Former general Michel Aoun elected president of Lebanon

Election of military man (81) with support of Syria ends 2½ years of political stalemate

Newly elected Lebanese president Michel Aoun reviews the honour guards upon arrival to the presidential palace in Baabda, near Beirut, on Monday. Photograph: Aziz Taher/Reuters

Michel Aoun, a former artillery officer who more than a quarter century ago ran from a Syrian aerial bombardment in his pyjamas, was elected president of Lebanon on Monday with the support of the Syrian regime and its Lebanese allies.

The Lebanese parliament elected Aoun by 83 votes, with 42 ballots blank or cancelled. The country had been unable to choose a president for 2½ years.

The election rewards the stubbornness of Aoun (81) and symbolises the cynicism and discredit of a political class that long ago sacrificed Lebanese sovereignty to personal ambition.

Lebanese people take to the streets in Jdeideh, on the northern outskirts of Beirut, on Monday to celebrate the election of former general Michel Aoun as president. Photograph: Anwar Amro/AFP/Getty Images

I first interviewed Aoun during his March-September 1989 “war of liberation” against Syrian forces in Lebanon. During a lull in the six-month long artillery battle, the general received journalists in his bunker beneath the presidential palace at Baabda.


Aoun was a short, pudgy man in a camouflage uniform with a general’s crossed swords, his eyes blinking like a bat’s when he came up to ground level to see us off. He had not seen the light of day for a long time.

Maronite government

President Amine Gemayel had made Aoun prime minister of a Maronite Catholic government on leaving office in 1988. The Muslims did not recognise his appointment, so Aoun launched a war on his rival prime minister, Selim El Hoss, in Muslim West Beirut.

Some 3,500 Lebanese civilians were killed or wounded. Aoun accepted a ceasefire in September 1989, then changed his mind. He remained holed up in Baabda, depriving the internationally recognised President Elias Hrawi of use of the ruined palace.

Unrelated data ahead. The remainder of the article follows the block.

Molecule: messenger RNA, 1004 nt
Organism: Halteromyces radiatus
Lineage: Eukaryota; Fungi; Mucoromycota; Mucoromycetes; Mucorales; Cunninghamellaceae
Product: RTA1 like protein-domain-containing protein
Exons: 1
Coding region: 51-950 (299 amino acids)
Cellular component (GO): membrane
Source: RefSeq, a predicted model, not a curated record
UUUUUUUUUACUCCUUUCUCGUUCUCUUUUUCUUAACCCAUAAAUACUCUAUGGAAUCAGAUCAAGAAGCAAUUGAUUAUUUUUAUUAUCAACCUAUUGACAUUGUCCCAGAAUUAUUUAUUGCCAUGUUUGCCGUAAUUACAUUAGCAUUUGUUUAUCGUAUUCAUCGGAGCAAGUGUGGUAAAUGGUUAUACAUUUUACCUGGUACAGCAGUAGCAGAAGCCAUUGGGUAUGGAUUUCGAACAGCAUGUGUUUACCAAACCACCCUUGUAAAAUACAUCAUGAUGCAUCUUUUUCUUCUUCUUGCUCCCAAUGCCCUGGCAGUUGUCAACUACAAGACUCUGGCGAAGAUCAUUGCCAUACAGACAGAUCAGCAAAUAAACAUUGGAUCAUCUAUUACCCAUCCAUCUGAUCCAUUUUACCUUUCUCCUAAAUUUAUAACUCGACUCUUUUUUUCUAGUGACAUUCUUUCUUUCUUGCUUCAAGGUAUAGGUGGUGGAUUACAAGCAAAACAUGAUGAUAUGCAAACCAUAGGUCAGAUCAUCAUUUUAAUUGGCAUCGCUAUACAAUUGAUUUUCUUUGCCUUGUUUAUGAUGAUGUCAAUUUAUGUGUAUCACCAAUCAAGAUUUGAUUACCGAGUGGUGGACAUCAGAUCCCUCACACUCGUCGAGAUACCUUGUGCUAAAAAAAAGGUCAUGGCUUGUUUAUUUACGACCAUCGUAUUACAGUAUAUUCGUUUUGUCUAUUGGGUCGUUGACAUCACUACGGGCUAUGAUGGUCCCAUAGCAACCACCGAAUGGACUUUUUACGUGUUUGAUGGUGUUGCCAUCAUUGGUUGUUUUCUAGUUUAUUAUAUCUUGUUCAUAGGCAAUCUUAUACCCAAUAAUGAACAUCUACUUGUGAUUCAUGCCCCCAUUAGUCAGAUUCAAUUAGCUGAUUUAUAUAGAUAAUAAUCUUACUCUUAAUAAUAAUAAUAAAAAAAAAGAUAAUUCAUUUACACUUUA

In early 1990, Aoun started a second war, of “elimination” against Samir Geagea’s Lebanese Forces militia, the former Phalange. Another 3,300 Lebanese were killed or wounded.

Hafez al-Assad had sent 35,000 Syrian troops to Lebanon at the request of a Maronite president. Aoun blamed the Syrians for all the woes of the civil war, including car bombs, assassinations, drug-trafficking and hostage-taking.

Despite his violent, dictatorial methods, Aoun convinced figures of international repute that he was a bulwark against fundamentalist Islam.

John Cardinal O’Connor, then archbishop of New York, visited Aoun’s bunker in May 1989. The conservative French politician François Léotard, later defence minister, was one of several prominent Frenchmen who made the pilgrimage to Baabda to receive a Lebanese passport from Aoun.

The messianic general compared himself to Christ and General de Gaulle. The US closed its embassy in Beirut after, in the words of the state department spokesperson, Aoun threatened to expose diplomats to “a good dose of Christian terrorism”.

Aoun’s supporters ransacked the residence of the Maronite patriarch because he supported the Taif peace accord. Aoun banned from his 80 square mile enclave newspapers that referred to Hrawi as president or El Hoss as prime minister.

But when the Syrian air force bombed Aoun’s ruined palace early on the morning of October 13th, 1990, the French ambassador, René Ala, sent an armoured personnel carrier to rescue the general. Legend has it that he ran away in his pyjamas. The French returned later to fetch his wife and daughters.

Aoun stayed for more than a year in the ambassador’s residence, until the French intelligence service DGSE spirited him out through the port at Dora. He spent the next 15 years in Marseille and Paris.

No remorse

I saw Aoun again in early 2005. He felt no remorse for the nearly 7,000 civilians killed or wounded in the wars he started, because “there is no war without losses. The cause for which these martyrs fell was a just war.”

Aoun returned to Lebanon in May 2005. In one of the most stunning flip-flops in the history of the Middle East, Aoun, the erstwhile self-proclaimed scourge of the Assad dictatorship, announced an alliance with the secretary general of the Iranian and Syrian-backed Hizbullah on February 6th, 2006.

Slowly but surely, over a decade Aoun's opponents rallied to him. The support of Saad Hariri, the son of the slain former prime minister Rafik Hariri, finally swung his election. Hariri wants to be Aoun's prime minister.

French president François Hollande telephoned Aoun to congratulate him.

Aoun is now Tehran's and Damascus's man in Beirut. Despite nearly six years of civil war in Syria, Lebanon remains the lung through which Damascus breathes.